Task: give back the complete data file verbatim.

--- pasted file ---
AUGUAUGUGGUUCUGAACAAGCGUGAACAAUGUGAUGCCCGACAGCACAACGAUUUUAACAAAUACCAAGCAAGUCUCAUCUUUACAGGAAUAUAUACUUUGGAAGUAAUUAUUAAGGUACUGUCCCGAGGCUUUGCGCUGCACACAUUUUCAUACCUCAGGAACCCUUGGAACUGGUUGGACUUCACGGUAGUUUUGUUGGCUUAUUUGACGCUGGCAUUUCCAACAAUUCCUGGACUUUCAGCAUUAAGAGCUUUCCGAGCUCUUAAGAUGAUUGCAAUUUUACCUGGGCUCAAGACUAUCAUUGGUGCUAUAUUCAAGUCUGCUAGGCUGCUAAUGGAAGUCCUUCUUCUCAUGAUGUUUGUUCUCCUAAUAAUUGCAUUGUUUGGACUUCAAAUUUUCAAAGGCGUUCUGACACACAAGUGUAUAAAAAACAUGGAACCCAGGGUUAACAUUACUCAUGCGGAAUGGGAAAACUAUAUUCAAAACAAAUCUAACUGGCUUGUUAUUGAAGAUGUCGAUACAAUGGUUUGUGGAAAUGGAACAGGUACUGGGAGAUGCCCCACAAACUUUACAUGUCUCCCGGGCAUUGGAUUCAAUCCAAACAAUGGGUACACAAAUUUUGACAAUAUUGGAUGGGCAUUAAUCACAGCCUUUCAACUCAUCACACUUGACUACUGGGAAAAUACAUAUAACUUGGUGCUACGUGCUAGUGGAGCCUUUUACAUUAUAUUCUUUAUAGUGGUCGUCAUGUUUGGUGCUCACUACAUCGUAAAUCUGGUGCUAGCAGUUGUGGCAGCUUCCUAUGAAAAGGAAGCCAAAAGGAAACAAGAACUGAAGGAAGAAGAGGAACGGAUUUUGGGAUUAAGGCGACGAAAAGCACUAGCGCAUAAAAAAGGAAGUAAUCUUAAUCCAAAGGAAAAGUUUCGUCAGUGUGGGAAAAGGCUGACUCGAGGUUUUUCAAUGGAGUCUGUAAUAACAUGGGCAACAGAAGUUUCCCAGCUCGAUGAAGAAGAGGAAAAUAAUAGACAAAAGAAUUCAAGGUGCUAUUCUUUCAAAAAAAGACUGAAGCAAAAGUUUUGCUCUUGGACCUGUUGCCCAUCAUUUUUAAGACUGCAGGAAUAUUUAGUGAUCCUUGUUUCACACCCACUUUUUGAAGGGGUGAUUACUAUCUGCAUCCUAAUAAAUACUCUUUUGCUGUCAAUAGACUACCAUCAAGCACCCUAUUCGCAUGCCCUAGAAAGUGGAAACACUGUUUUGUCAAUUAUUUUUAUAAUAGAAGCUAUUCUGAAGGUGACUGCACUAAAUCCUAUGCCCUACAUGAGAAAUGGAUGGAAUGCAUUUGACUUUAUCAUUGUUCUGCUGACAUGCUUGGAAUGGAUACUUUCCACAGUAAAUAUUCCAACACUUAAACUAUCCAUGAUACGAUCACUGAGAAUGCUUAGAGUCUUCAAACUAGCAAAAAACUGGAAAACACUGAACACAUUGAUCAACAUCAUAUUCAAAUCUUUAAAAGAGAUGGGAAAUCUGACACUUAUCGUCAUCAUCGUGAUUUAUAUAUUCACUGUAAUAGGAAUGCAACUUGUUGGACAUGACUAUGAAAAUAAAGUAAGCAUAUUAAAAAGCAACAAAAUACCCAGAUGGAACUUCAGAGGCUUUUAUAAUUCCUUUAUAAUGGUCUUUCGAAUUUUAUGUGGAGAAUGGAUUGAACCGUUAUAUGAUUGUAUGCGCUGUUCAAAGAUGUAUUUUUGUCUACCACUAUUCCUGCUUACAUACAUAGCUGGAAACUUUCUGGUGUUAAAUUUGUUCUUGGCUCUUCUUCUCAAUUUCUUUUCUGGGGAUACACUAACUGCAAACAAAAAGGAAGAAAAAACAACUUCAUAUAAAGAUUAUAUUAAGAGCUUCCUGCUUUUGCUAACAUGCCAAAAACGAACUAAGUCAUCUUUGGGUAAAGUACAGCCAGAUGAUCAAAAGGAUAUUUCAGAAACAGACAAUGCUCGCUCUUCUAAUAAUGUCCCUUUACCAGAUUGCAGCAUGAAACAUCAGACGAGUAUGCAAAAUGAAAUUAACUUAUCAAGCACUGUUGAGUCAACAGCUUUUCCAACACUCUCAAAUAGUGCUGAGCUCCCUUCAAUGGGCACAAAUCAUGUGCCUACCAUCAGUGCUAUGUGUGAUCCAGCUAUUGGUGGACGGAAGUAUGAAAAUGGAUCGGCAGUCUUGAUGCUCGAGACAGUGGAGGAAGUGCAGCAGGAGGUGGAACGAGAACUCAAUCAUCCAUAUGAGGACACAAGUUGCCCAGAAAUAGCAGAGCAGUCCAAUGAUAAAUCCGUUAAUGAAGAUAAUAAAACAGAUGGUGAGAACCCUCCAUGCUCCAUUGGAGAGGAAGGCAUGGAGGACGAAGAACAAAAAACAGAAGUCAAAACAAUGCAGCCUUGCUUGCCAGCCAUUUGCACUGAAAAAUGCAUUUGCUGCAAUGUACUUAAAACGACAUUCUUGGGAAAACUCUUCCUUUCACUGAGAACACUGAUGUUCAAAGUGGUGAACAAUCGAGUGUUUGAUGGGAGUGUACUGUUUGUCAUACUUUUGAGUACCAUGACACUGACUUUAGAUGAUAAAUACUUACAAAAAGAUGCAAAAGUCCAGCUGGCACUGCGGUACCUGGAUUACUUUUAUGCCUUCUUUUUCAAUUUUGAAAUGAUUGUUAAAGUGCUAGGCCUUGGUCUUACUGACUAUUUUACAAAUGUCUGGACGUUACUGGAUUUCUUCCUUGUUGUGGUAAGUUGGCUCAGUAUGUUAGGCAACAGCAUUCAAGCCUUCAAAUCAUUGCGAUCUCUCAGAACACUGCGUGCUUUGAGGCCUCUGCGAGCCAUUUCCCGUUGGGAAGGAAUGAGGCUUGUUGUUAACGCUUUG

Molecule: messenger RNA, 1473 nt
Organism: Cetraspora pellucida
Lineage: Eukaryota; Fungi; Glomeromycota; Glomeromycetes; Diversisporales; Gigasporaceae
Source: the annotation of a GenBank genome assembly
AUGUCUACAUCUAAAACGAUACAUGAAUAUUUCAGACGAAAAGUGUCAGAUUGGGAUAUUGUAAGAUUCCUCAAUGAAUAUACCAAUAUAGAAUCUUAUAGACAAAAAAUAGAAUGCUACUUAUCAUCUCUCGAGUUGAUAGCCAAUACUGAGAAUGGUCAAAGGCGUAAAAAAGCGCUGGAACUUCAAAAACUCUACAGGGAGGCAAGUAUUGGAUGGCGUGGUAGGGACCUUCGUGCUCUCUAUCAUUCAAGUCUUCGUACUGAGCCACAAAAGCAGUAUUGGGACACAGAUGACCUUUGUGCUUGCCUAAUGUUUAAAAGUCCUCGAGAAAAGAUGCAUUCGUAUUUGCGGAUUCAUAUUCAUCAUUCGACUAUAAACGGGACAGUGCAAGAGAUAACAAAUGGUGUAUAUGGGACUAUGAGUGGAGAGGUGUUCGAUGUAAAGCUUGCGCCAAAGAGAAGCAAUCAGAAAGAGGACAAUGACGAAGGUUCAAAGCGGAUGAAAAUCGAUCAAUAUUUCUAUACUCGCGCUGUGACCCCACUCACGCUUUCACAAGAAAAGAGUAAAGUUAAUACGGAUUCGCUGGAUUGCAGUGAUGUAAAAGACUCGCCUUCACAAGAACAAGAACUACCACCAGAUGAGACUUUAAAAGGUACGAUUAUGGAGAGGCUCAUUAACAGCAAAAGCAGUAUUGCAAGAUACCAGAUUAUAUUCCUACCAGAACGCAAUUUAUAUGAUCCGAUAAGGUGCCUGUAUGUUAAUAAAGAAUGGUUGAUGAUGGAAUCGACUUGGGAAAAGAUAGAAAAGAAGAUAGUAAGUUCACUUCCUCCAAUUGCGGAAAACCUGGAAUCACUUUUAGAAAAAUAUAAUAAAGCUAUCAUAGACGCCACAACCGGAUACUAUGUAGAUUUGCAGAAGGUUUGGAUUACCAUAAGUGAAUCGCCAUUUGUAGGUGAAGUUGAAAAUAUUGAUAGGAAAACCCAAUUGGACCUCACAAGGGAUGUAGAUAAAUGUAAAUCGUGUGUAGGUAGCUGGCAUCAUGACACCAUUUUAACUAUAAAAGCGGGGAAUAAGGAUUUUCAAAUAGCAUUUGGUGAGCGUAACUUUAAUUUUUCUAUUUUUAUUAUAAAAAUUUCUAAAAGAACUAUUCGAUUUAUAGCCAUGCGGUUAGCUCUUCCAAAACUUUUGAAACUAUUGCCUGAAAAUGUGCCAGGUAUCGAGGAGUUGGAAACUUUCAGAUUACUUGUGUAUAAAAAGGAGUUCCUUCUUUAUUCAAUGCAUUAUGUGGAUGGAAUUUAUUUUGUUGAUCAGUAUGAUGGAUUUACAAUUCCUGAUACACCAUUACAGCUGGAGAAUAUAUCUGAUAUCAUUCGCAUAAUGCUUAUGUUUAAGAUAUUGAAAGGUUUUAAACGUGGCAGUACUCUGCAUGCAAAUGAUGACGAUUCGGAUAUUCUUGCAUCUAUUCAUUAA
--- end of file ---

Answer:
AUGUAUGUGGUUCUGAACAAGCGUGAACAAUGUGAUGCCCGACAGCACAACGAUUUUAACAAAUACCAAGCAAGUCUCAUCUUUACAGGAAUAUAUACUUUGGAAGUAAUUAUUAAGGUACUGUCCCGAGGCUUUGCGCUGCACACAUUUUCAUACCUCAGGAACCCUUGGAACUGGUUGGACUUCACGGUAGUUUUGUUGGCUUAUUUGACGCUGGCAUUUCCAACAAUUCCUGGACUUUCAGCAUUAAGAGCUUUCCGAGCUCUUAAGAUGAUUGCAAUUUUACCUGGGCUCAAGACUAUCAUUGGUGCUAUAUUCAAGUCUGCUAGGCUGCUAAUGGAAGUCCUUCUUCUCAUGAUGUUUGUUCUCCUAAUAAUUGCAUUGUUUGGACUUCAAAUUUUCAAAGGCGUUCUGACACACAAGUGUAUAAAAAACAUGGAACCCAGGGUUAACAUUACUCAUGCGGAAUGGGAAAACUAUAUUCAAAACAAAUCUAACUGGCUUGUUAUUGAAGAUGUCGAUACAAUGGUUUGUGGAAAUGGAACAGGUACUGGGAGAUGCCCCACAAACUUUACAUGUCUCCCGGGCAUUGGAUUCAAUCCAAACAAUGGGUACACAAAUUUUGACAAUAUUGGAUGGGCAUUAAUCACAGCCUUUCAACUCAUCACACUUGACUACUGGGAAAAUACAUAUAACUUGGUGCUACGUGCUAGUGGAGCCUUUUACAUUAUAUUCUUUAUAGUGGUCGUCAUGUUUGGUGCUCACUACAUCGUAAAUCUGGUGCUAGCAGUUGUGGCAGCUUCCUAUGAAAAGGAAGCCAAAAGGAAACAAGAACUGAAGGAAGAAGAGGAACGGAUUUUGGGAUUAAGGCGACGAAAAGCACUAGCGCAUAAAAAAGGAAGUAAUCUUAAUCCAAAGGAAAAGUUUCGUCAGUGUGGGAAAAGGCUGACUCGAGGUUUUUCAAUGGAGUCUGUAAUAACAUGGGCAACAGAAGUUUCCCAGCUCGAUGAAGAAGAGGAAAAUAAUAGACAAAAGAAUUCAAGGUGCUAUUCUUUCAAAAAAAGACUGAAGCAAAAGUUUUGCUCUUGGACCUGUUGCCCAUCAUUUUUAAGACUGCAGGAAUAUUUAGUGAUCCUUGUUUCACACCCACUUUUUGAAGGGGUGAUUACUAUCUGCAUCCUAAUAAAUACUCUUUUGCUGUCAAUAGACUACCAUCAAGCACCCUAUUCGCAUGCCCUAGAAAGUGGAAACACUGUUUUGUCAAUUAUUUUUAUAAUAGAAGCUAUUCUGAAGGUGACUGCACUAAAUCCUAUGCCCUACAUGAGAAAUGGAUGGAAUGCAUUUGACUUUAUCAUUGUUCUGCUGACAUGCUUGGAAUGGAUACUUUCCACAGUAAAUAUUCCAACACUUAAACUAUCCAUGAUACGAUCACUGAGAAUGCUUAGAGUCUUCAAACUAGCAAAAAACUGGAAAACACUGAACACAUUGAUCAACAUCAUAUUCAAAUCUUUAAAAGAGAUGGGAAAUCUGACACUUAUCGUCAUCAUCGUGAUUUAUAUAUUCACUGUAAUAGGAAUGCAACUUGUUGGACAUGACUAUGAAAAUAAAGUAAGCAUAUUAAAAAGCAACAAAAUACCCAGAUGGAACUUCAGAGGCUUUUAUAAUUCCUUUAUAAUGGUCUUUCGAAUUUUAUGUGGAGAAUGGAUUGAACCGUUAUAUGAUUGUAUGCGCUGUUCAAAGAUGUAUUUUUGUCUACCACUAUUCCUGCUUACAUACAUAGCUGGAAACUUUCUGGUGUUAAAUUUGUUCUUGGCUCUUCUUCUCAAUUUCUUUUCUGGGGAUACACUAACUGCAAACAAAAAGGAAGAAAAAACAACUUCAUAUAAAGAUUAUAUUAAGAGCUUCCUGCUUUUGCUAACAUGCCAAAAACGAACUAAGUCAUCUUUGGGUAAAGUACAGCCAGAUGAUCAAAAGGAUAUUUCAGAAACAGACAAUGCUCGCUCUUCUAAUAAUGUCCCUUUACCAGAUUGCAGCAUGAAACAUCAGACGAGUAUGCAAAAUGAAAUUAACUUAUCAAGCACUGUUGAGUCAACAGCUUUUCCAACACUCUCAAAUAGUGCUGAGCUCCCUUCAAUGGGCACAAAUCAUGUGCCUACCAUCAGUGCUAUGUGUGAUCCAGCUAUUGGUGGACGGAAGUAUGAAAAUGGAUCGGCAGUCUUGAUGCUCGAGACAGUGGAGGAAGUGCAGCAGGAGGUGGAACGAGAACUCAAUCAUCCAUAUGAGGACACAAGUUGCCCAGAAAUAGCAGAGCAGUCCAAUGAUAAAUCCGUUAAUGAAGAUAAUAAAACAGAUGGUGAGAACCCUCCAUGCUCCAUUGGAGAGGAAGGCAUGGAGGACGAAGAACAAAAAACAGAAGUCAAAACAAUGCAGCCUUGCUUGCCAGCCAUUUGCACUGAAAAAUGCAUUUGCUGCAAUGUACUUAAAACGACAUUCUUGGGAAAACUCUUCCUUUCACUGAGAACACUGAUGUUCAAAGUGGUGAACAAUCGAGUGUUUGAUGGGAGUGUACUGUUUGUCAUACUUUUGAGUACCAUGACACUGACUUUAGAUGAUAAAUACUUACAAAAAGAUGCAAAAGUCCAGCUGGCACUGCGGUACCUGGAUUACUUUUAUGCCUUCUUUUUCAAUUUUGAAAUGAUUGUUAAAGUGCUAGGCCUUGGUCUUACUGACUAUUUUACAAAUGUCUGGACGUUACUGGAUUUCUUCCUUGUUGUGGUAAGUUGGCUCAGUAUGUUAGGCAACAGCAUUCAAGCCUUCAAAUCAUUGCGAUCUCUCAGAACACUGCGUGCUUUGAGGCCUCUGCGAGCCAUUUCCCGUUGGGAAGGAAUGAGGCUUGUUGUUAACGCUUUG

Molecule: messenger RNA, 1473 nt
Organism: Cetraspora pellucida
Lineage: Eukaryota; Fungi; Glomeromycota; Glomeromycetes; Diversisporales; Gigasporaceae
Source: the annotation of a GenBank genome assembly
AUGUCUACAUCUAAAACGAUACAUGAAUAUUUCAGACGAAAAGUGUCAGAUUGGGAUAUUGUAAGAUUCCUCAAUGAAUAUACCAAUAUAGAAUCUUAUAGACAAAAAAUAGAAUGCUACUUAUCAUCUCUCGAGUUGAUAGCCAAUACUGAGAAUGGUCAAAGGCGUAAAAAAGCGCUGGAACUUCAAAAACUCUACAGGGAGGCAAGUAUUGGAUGGCGUGGUAGGGACCUUCGUGCUCUCUAUCAUUCAAGUCUUCGUACUGAGCCACAAAAGCAGUAUUGGGACACAGAUGACCUUUGUGCUUGCCUAAUGUUUAAAAGUCCUCGAGAAAAGAUGCAUUCGUAUUUGCGGAUUCAUAUUCAUCAUUCGACUAUAAACGGGACAGUGCAAGAGAUAACAAAUGGUGUAUAUGGGACUAUGAGUGGAGAGGUGUUCGAUGUAAAGCUUGCGCCAAAGAGAAGCAAUCAGAAAGAGGACAAUGACGAAGGUUCAAAGCGGAUGAAAAUCGAUCAAUAUUUCUAUACUCGCGCUGUGACCCCACUCACGCUUUCACAAGAAAAGAGUAAAGUUAAUACGGAUUCGCUGGAUUGCAGUGAUGUAAAAGACUCGCCUUCACAAGAACAAGAACUACCACCAGAUGAGACUUUAAAAGGUACGAUUAUGGAGAGGCUCAUUAACAGCAAAAGCAGUAUUGCAAGAUACCAGAUUAUAUUCCUACCAGAACGCAAUUUAUAUGAUCCGAUAAGGUGCCUGUAUGUUAAUAAAGAAUGGUUGAUGAUGGAAUCGACUUGGGAAAAGAUAGAAAAGAAGAUAGUAAGUUCACUUCCUCCAAUUGCGGAAAACCUGGAAUCACUUUUAGAAAAAUAUAAUAAAGCUAUCAUAGACGCCACAACCGGAUACUAUGUAGAUUUGCAGAAGGUUUGGAUUACCAUAAGUGAAUCGCCAUUUGUAGGUGAAGUUGAAAAUAUUGAUAGGAAAACCCAAUUGGACCUCACAAGGGAUGUAGAUAAAUGUAAAUCGUGUGUAGGUAGCUGGCAUCAUGACACCAUUUUAACUAUAAAAGCGGGGAAUAAGGAUUUUCAAAUAGCAUUUGGUGAGCGUAACUUUAAUUUUUCUAUUUUUAUUAUAAAAAUUUCUAAAAGAACUAUUCGAUUUAUAGCCAUGCGGUUAGCUCUUCCAAAACUUUUGAAACUAUUGCCUGAAAAUGUGCCAGGUAUCGAGGAGUUGGAAACUUUCAGAUUACUUGUGUAUAAAAAGGAGUUCCUUCUUUAUUCAAUGCAUUAUGUGGAUGGAAUUUAUUUUGUUGAUCAGUAUGAUGGAUUUACAAUUCCUGAUACACCAUUACAGCUGGAGAAUAUAUCUGAUAUCAUUCGCAUAAUGCUUAUGUUUAAGAUAUUGAAAGGUUUUAAACGUGGCAGUACUCUGCAUGCAAAUGAUGACGAUUCGGAUAUUCUUGCAUCUAUUCAUUAA